by Diane Brandt
When I think about dual-use solar, I think about why this approach is a good idea for the Pacific Northwest. In a region that enjoys wild, open areas, it would be easy to assume that there’s “plenty of space” for building solar. Of course, as we look closer, we realize that there are many uses and users of these spaces and lands – between agriculture, conservation, and the plentiful ways to recreate in the great outdoors of the Pacific Northwest. Oregon and Washington have rich agricultural economies and histories that are entwined with their natural resources and beauty. As a native Oregonian myself, I recognize the connection I have and value I place on these pristine spaces and activities. Protecting those spaces and activities is important to many.
Equally important to many is meeting our climate goals through reducing our use of carbon-emitting energy resources. The impacts of greenhouse gas emissions on our climate in the Pacific Northwest have been more stark – in one year we experienced ice storms that knocked out power around the region, endured an extreme heat dome that killed hundreds of people, continued to deal with extreme drought, and watched another destructive wildfire season that saw fires so intense they created their own weather systems and shut down interstate power lines. Moving away from carbon-intense energy sources to fill our electricity grid is a near-term solution within our grasp to reduce the amount of greenhouse gas emissions we create.
So, back to why dual-use is relevant in the Pacific Northwest, it becomes a question of balance. As Oregon and Washington move toward their clean energy goals, considering ways to balance the building of renewable energy projects – especially wind and solar – with these existing land uses and conservation values are important. The conversation around dual-use solar is still evolving in the Pacific Northwest. From a handful of existing projects in Oregon that co-locate pollinators or native vegetation with solar arrays, to ongoing research at Oregon State University on the benefits of dual use, dual-use solar is still in its early stages.
As this is a newer concept for those in the region, it is safe to assume that opinions on dual use are mixed – with some viewing it with optimism in offering another way to generate clean energy while keeping land in “production,” yet others are skeptical of the effectiveness considering potential costs or the practicality of pairing solar with intense agriculture practices. Regardless, the region is looking at substantial renewableenergy projects in the near future to meet its clean energy goals, and exploring all potential solutions is no longer a luxury, but a necessity.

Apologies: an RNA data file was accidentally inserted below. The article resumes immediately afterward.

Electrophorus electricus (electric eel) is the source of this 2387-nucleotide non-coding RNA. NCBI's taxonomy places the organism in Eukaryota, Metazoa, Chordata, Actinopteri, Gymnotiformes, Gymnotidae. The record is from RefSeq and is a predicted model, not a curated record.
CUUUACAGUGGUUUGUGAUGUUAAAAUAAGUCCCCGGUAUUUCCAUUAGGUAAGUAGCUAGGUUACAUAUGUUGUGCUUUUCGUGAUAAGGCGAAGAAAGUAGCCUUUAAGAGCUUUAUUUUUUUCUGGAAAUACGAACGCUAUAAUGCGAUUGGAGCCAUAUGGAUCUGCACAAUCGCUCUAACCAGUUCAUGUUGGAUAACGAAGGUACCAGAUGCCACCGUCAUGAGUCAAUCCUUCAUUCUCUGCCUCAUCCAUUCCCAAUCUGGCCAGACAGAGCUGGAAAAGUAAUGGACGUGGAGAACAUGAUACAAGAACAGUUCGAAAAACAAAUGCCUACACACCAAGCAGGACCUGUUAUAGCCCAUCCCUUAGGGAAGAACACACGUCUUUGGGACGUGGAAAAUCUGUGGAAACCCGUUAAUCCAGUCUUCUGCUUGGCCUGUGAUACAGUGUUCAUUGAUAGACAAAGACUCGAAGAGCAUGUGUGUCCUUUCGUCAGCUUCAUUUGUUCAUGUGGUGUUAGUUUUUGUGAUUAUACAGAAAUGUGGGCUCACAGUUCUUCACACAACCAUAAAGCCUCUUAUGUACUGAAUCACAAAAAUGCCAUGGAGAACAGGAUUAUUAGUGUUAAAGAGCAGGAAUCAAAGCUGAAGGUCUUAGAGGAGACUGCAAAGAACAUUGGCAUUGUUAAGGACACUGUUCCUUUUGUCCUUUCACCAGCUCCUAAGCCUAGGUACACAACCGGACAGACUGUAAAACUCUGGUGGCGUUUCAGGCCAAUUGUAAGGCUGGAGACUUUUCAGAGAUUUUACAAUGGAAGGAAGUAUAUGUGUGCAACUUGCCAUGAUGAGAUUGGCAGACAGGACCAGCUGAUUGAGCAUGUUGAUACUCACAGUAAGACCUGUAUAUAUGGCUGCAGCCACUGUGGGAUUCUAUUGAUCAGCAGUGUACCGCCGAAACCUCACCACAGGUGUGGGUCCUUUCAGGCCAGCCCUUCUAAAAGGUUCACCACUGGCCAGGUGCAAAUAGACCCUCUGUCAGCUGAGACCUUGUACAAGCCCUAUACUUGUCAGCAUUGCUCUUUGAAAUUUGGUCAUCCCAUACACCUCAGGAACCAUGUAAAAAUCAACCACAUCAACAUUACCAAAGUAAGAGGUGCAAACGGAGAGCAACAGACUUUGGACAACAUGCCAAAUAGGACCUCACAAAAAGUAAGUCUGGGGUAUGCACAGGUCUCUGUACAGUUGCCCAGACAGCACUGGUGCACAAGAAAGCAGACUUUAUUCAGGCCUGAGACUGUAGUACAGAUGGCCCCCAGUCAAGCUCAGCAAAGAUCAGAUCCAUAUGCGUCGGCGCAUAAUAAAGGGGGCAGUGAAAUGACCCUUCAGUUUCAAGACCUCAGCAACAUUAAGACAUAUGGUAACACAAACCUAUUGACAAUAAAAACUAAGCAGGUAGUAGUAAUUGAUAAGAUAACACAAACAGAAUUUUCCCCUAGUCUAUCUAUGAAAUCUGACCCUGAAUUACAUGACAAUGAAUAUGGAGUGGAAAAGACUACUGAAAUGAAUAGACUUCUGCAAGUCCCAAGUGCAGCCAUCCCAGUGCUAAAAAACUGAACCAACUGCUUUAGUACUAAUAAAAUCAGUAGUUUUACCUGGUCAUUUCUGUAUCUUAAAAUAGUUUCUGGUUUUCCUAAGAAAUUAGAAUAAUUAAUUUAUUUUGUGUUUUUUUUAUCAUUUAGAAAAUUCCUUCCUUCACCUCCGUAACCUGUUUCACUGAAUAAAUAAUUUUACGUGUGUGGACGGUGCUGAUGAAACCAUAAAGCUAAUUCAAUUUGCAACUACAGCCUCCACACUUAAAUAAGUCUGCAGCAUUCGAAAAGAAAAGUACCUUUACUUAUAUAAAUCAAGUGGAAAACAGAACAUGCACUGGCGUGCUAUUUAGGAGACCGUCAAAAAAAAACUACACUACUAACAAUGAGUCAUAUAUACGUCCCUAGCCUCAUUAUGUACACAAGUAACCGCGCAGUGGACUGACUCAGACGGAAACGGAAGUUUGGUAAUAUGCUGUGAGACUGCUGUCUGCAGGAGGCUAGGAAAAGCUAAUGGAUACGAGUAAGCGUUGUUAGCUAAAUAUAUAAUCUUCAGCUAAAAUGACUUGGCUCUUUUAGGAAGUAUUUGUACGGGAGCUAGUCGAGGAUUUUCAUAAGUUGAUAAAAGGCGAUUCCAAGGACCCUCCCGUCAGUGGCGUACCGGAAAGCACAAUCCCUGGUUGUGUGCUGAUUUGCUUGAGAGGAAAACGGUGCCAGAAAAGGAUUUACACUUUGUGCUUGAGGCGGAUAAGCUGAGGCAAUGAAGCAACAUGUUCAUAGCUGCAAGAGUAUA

Back in 2019, Renewable Northwest staff saw the relevance of dual-use solar as a way to continue the conversation around solar in the region, and worked with Spark Northwest through the Solar Plus initiative – a project funded by the Department of Energy through the Washington State Department of Commerce – to create a report on dual-use solar and the Pacific Northwest. The report aims to explore the types of dual-use solar, the advantages and disadvantages of each, examples, and policies and best practices for dual use. The report does recognize that dual-use applications may not be suited for all situations, but it equally explores the areas where it could be a win-win for farmers and landowners alike.
Through exploring specific examples, the report does highlight some of the benefits of dual-use solar that go beyond the climate-friendly gains. One of these benefits is the potential for “off-farm” income that allows farmers to continue their agricultural activities through circumstances in which they would previously operate at a loss. Not only does this help keep farmers farming and producing crops that sustain our region, but it also keeps agricultural land as agricultural land.
However, as this report points out, the policy pathways in Washington and Oregon for dual use are unclear if not restrictive, as is the case in Oregon which limits dual-use solar to 12 acres (as of January 1, 2022) on high-value farmland. While I’m not suggesting that dual-use solar will meet all of the region’s clean energy needs, it certainly offers one way to contribute toward those goals while also offering co-benefits through enhancing farmers’ incomes, rehabilitating native vegetation or supporting pollinators, providing shade for grazing herds, to name a few.
So, why do I think dual-use solar is a good option for the Pacific Northwest? It not only offers gains toward a cleaner electricity grid, but it allows for flexibility in solar installation that can respond to the landowner or farmers’ needs. It offers us another tool to answer our climate concerns – and we’re going to need all the tools we can get!
The author is the Oregon Policy Manager at Renewable Northwest, a regional nonprofit advocating for the equitable and responsible decarbonization of the electricity grid with members from the renewable energy industry, and environmental and consumer groups.